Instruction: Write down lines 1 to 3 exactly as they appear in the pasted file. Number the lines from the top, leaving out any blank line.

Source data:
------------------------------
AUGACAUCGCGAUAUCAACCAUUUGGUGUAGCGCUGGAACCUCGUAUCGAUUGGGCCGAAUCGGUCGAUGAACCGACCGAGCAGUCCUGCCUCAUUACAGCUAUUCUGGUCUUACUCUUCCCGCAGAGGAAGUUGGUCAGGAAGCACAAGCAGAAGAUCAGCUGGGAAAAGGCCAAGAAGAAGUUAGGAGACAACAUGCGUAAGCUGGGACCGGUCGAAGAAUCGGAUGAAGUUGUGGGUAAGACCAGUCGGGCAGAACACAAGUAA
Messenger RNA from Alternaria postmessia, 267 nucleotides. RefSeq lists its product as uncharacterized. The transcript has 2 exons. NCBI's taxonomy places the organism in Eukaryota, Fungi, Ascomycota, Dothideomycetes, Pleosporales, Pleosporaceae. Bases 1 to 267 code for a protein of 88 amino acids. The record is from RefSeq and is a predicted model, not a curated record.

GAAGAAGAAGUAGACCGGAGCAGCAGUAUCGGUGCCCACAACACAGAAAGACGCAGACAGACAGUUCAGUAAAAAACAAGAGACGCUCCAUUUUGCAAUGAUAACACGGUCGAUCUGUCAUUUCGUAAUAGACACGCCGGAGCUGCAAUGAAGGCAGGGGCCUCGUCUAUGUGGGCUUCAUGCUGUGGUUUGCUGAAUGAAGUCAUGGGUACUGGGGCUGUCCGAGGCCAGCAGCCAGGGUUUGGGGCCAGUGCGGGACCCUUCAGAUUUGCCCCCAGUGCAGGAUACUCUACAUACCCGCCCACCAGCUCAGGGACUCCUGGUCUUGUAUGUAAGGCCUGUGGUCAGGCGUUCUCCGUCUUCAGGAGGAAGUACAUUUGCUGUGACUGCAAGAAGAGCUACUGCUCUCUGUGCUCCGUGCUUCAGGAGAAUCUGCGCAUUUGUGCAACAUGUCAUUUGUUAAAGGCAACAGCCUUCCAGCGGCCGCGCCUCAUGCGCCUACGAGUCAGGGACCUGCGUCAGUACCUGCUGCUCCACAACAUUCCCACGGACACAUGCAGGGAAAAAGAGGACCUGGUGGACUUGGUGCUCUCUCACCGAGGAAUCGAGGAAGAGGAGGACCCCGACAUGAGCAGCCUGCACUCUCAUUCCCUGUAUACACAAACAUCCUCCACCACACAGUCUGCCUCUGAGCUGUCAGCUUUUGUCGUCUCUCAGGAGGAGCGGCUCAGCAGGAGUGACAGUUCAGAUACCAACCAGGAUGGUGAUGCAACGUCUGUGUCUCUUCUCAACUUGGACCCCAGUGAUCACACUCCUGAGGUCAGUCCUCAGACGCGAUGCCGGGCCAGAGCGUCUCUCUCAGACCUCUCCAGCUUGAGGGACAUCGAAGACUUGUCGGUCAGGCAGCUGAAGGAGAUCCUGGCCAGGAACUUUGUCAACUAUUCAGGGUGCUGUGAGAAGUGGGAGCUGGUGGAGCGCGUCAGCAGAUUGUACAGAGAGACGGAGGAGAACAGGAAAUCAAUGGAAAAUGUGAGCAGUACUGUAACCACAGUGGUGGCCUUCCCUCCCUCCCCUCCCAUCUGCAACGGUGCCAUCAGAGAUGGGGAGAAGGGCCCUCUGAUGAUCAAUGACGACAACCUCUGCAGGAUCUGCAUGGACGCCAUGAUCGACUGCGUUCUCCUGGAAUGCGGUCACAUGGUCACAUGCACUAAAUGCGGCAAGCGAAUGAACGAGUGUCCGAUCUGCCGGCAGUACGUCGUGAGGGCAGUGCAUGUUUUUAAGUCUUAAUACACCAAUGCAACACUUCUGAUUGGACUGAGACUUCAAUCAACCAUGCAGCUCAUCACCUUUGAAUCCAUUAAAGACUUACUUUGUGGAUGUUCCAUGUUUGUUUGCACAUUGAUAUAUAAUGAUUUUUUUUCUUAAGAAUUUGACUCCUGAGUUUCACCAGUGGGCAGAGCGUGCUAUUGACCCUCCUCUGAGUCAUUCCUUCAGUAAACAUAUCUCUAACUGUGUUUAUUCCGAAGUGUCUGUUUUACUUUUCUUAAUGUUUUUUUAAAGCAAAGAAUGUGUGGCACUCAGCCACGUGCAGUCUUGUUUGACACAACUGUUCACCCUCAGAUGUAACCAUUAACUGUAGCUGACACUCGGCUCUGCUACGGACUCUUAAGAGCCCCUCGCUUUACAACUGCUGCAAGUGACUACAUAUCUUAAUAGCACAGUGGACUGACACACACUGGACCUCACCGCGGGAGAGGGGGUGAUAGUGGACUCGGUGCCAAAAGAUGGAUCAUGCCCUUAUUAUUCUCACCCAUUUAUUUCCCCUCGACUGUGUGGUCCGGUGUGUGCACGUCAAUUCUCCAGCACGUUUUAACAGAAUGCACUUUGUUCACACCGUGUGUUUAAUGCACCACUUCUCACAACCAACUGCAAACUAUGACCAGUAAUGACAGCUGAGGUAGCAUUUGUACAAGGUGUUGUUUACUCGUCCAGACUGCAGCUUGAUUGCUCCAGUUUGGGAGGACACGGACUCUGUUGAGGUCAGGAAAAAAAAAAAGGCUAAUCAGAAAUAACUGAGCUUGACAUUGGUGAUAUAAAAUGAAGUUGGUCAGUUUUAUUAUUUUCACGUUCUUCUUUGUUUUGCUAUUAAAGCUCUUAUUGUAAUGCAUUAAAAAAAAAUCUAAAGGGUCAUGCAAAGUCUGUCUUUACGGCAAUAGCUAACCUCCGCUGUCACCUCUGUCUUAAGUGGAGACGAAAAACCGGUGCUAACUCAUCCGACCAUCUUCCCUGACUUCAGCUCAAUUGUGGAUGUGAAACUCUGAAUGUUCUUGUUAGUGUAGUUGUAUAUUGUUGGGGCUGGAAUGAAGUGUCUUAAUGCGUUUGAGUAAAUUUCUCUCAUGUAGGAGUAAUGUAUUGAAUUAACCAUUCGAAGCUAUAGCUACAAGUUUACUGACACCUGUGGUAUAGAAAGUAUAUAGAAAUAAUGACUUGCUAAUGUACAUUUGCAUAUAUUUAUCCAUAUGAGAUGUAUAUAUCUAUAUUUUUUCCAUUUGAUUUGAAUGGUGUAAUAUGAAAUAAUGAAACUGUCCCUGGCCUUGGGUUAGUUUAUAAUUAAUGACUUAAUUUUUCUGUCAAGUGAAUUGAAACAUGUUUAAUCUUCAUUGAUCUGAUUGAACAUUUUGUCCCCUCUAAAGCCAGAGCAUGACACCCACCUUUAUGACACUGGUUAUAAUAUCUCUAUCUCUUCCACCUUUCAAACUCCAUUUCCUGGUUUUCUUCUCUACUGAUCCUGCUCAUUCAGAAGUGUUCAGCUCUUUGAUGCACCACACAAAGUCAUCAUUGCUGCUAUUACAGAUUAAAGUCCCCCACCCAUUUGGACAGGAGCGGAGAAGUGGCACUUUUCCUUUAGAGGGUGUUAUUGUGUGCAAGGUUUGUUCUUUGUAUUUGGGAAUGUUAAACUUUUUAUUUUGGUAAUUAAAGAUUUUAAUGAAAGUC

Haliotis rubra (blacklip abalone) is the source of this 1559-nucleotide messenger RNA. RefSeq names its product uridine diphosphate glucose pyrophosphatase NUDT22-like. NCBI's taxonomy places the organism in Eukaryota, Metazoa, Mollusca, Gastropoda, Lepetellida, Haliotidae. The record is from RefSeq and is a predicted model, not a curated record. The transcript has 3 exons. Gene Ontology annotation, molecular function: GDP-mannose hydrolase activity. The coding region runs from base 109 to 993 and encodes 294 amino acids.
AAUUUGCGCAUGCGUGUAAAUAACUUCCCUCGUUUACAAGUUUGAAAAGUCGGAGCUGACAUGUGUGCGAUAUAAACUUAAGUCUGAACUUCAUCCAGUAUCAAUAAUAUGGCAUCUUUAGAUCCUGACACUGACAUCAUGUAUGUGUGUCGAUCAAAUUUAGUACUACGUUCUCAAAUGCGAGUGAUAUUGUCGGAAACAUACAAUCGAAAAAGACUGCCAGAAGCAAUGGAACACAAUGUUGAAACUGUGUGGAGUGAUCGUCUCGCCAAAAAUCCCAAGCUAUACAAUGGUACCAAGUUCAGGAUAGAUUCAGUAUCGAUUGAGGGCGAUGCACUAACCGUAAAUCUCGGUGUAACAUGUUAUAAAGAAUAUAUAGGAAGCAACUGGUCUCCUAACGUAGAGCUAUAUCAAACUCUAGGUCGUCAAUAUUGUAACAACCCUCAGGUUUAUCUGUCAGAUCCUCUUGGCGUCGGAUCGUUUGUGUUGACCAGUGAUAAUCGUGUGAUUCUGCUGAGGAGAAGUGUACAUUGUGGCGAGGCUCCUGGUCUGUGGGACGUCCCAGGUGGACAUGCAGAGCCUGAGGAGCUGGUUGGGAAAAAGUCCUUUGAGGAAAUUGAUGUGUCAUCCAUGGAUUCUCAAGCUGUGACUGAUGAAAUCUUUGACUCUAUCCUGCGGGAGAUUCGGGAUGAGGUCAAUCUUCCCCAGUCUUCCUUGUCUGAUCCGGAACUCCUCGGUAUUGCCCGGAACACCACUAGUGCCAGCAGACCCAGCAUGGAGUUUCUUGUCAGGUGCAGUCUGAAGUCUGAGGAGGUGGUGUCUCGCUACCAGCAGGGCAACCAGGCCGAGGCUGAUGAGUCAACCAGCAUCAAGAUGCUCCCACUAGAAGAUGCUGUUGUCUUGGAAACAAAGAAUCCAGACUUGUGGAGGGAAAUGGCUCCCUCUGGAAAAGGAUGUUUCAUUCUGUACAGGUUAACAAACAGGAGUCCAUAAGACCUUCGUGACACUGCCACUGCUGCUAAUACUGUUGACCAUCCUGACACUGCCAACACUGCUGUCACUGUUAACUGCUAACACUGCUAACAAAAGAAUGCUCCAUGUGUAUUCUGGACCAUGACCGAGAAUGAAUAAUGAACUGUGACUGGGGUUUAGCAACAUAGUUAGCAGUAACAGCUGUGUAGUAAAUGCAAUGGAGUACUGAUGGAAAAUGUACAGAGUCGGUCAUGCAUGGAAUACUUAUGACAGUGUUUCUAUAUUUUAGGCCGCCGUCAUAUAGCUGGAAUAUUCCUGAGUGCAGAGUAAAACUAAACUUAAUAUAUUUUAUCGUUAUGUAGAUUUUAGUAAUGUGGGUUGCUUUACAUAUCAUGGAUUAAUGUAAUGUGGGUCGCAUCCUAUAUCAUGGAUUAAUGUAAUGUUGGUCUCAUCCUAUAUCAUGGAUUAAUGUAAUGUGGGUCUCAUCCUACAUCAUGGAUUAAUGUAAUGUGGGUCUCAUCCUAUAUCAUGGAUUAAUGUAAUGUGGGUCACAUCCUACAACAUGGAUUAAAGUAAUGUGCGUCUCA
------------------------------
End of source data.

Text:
AUGACAUCGCGAUAUCAACCAUUUGGUGUAGCGCUGGAACCUCGUAUCGAUUGGGCCGAAUCGGUCGAUGAACCGACCGAGCAGUCCUGCCUCAUUACAGCUAUUCUGGUCUUACUCUUCCCGCAGAGGAAGUUGGUCAGGAAGCACAAGCAGAAGAUCAGCUGGGAAAAGGCCAAGAAGAAGUUAGGAGACAACAUGCGUAAGCUGGGACCGGUCGAAGAAUCGGAUGAAGUUGUGGGUAAGACCAGUCGGGCAGAACACAAGUAA
Messenger RNA from Alternaria postmessia, 267 nucleotides. RefSeq lists its product as uncharacterized. The transcript has 2 exons. NCBI's taxonomy places the organism in Eukaryota, Fungi, Ascomycota, Dothideomycetes, Pleosporales, Pleosporaceae. Bases 1 to 267 code for a protein of 88 amino acids. The record is from RefSeq and is a predicted model, not a curated record.

GAAGAAGAAGUAGACCGGAGCAGCAGUAUCGGUGCCCACAACACAGAAAGACGCAGACAGACAGUUCAGUAAAAAACAAGAGACGCUCCAUUUUGCAAUGAUAACACGGUCGAUCUGUCAUUUCGUAAUAGACACGCCGGAGCUGCAAUGAAGGCAGGGGCCUCGUCUAUGUGGGCUUCAUGCUGUGGUUUGCUGAAUGAAGUCAUGGGUACUGGGGCUGUCCGAGGCCAGCAGCCAGGGUUUGGGGCCAGUGCGGGACCCUUCAGAUUUGCCCCCAGUGCAGGAUACUCUACAUACCCGCCCACCAGCUCAGGGACUCCUGGUCUUGUAUGUAAGGCCUGUGGUCAGGCGUUCUCCGUCUUCAGGAGGAAGUACAUUUGCUGUGACUGCAAGAAGAGCUACUGCUCUCUGUGCUCCGUGCUUCAGGAGAAUCUGCGCAUUUGUGCAACAUGUCAUUUGUUAAAGGCAACAGCCUUCCAGCGGCCGCGCCUCAUGCGCCUACGAGUCAGGGACCUGCGUCAGUACCUGCUGCUCCACAACAUUCCCACGGACACAUGCAGGGAAAAAGAGGACCUGGUGGACUUGGUGCUCUCUCACCGAGGAAUCGAGGAAGAGGAGGACCCCGACAUGAGCAGCCUGCACUCUCAUUCCCUGUAUACACAAACAUCCUCCACCACACAGUCUGCCUCUGAGCUGUCAGCUUUUGUCGUCUCUCAGGAGGAGCGGCUCAGCAGGAGUGACAGUUCAGAUACCAACCAGGAUGGUGAUGCAACGUCUGUGUCUCUUCUCAACUUGGACCCCAGUGAUCACACUCCUGAGGUCAGUCCUCAGACGCGAUGCCGGGCCAGAGCGUCUCUCUCAGACCUCUCCAGCUUGAGGGACAUCGAAGACUUGUCGGUCAGGCAGCUGAAGGAGAUCCUGGCCAGGAACUUUGUCAACUAUUCAGGGUGCUGUGAGAAGUGGGAGCUGGUGGAGCGCGUCAGCAGAUUGUACAGAGAGACGGAGGAGAACAGGAAAUCAAUGGAAAAUGUGAGCAGUACUGUAACCACAGUGGUGGCCUUCCCUCCCUCCCCUCCCAUCUGCAACGGUGCCAUCAGAGAUGGGGAGAAGGGCCCUCUGAUGAUCAAUGACGACAACCUCUGCAGGAUCUGCAUGGACGCCAUGAUCGACUGCGUUCUCCUGGAAUGCGGUCACAUGGUCACAUGCACUAAAUGCGGCAAGCGAAUGAACGAGUGUCCGAUCUGCCGGCAGUACGUCGUGAGGGCAGUGCAUGUUUUUAAGUCUUAAUACACCAAUGCAACACUUCUGAUUGGACUGAGACUUCAAUCAACCAUGCAGCUCAUCACCUUUGAAUCCAUUAAAGACUUACUUUGUGGAUGUUCCAUGUUUGUUUGCACAUUGAUAUAUAAUGAUUUUUUUUCUUAAGAAUUUGACUCCUGAGUUUCACCAGUGGGCAGAGCGUGCUAUUGACCCUCCUCUGAGUCAUUCCUUCAGUAAACAUAUCUCUAACUGUGUUUAUUCCGAAGUGUCUGUUUUACUUUUCUUAAUGUUUUUUUAAAGCAAAGAAUGUGUGGCACUCAGCCACGUGCAGUCUUGUUUGACACAACUGUUCACCCUCAGAUGUAACCAUUAACUGUAGCUGACACUCGGCUCUGCUACGGACUCUUAAGAGCCCCUCGCUUUACAACUGCUGCAAGUGACUACAUAUCUUAAUAGCACAGUGGACUGACACACACUGGACCUCACCGCGGGAGAGGGGGUGAUAGUGGACUCGGUGCCAAAAGAUGGAUCAUGCCCUUAUUAUUCUCACCCAUUUAUUUCCCCUCGACUGUGUGGUCCGGUGUGUGCACGUCAAUUCUCCAGCACGUUUUAACAGAAUGCACUUUGUUCACACCGUGUGUUUAAUGCACCACUUCUCACAACCAACUGCAAACUAUGACCAGUAAUGACAGCUGAGGUAGCAUUUGUACAAGGUGUUGUUUACUCGUCCAGACUGCAGCUUGAUUGCUCCAGUUUGGGAGGACACGGACUCUGUUGAGGUCAGGAAAAAAAAAAAGGCUAAUCAGAAAUAACUGAGCUUGACAUUGGUGAUAUAAAAUGAAGUUGGUCAGUUUUAUUAUUUUCACGUUCUUCUUUGUUUUGCUAUUAAAGCUCUUAUUGUAAUGCAUUAAAAAAAAAUCUAAAGGGUCAUGCAAAGUCUGUCUUUACGGCAAUAGCUAACCUCCGCUGUCACCUCUGUCUUAAGUGGAGACGAAAAACCGGUGCUAACUCAUCCGACCAUCUUCCCUGACUUCAGCUCAAUUGUGGAUGUGAAACUCUGAAUGUUCUUGUUAGUGUAGUUGUAUAUUGUUGGGGCUGGAAUGAAGUGUCUUAAUGCGUUUGAGUAAAUUUCUCUCAUGUAGGAGUAAUGUAUUGAAUUAACCAUUCGAAGCUAUAGCUACAAGUUUACUGACACCUGUGGUAUAGAAAGUAUAUAGAAAUAAUGACUUGCUAAUGUACAUUUGCAUAUAUUUAUCCAUAUGAGAUGUAUAUAUCUAUAUUUUUUCCAUUUGAUUUGAAUGGUGUAAUAUGAAAUAAUGAAACUGUCCCUGGCCUUGGGUUAGUUUAUAAUUAAUGACUUAAUUUUUCUGUCAAGUGAAUUGAAACAUGUUUAAUCUUCAUUGAUCUGAUUGAACAUUUUGUCCCCUCUAAAGCCAGAGCAUGACACCCACCUUUAUGACACUGGUUAUAAUAUCUCUAUCUCUUCCACCUUUCAAACUCCAUUUCCUGGUUUUCUUCUCUACUGAUCCUGCUCAUUCAGAAGUGUUCAGCUCUUUGAUGCACCACACAAAGUCAUCAUUGCUGCUAUUACAGAUUAAAGUCCCCCACCCAUUUGGACAGGAGCGGAGAAGUGGCACUUUUCCUUUAGAGGGUGUUAUUGUGUGCAAGGUUUGUUCUUUGUAUUUGGGAAUGUUAAACUUUUUAUUUUGGUAAUUAAAGAUUUUAAUGAAAGUC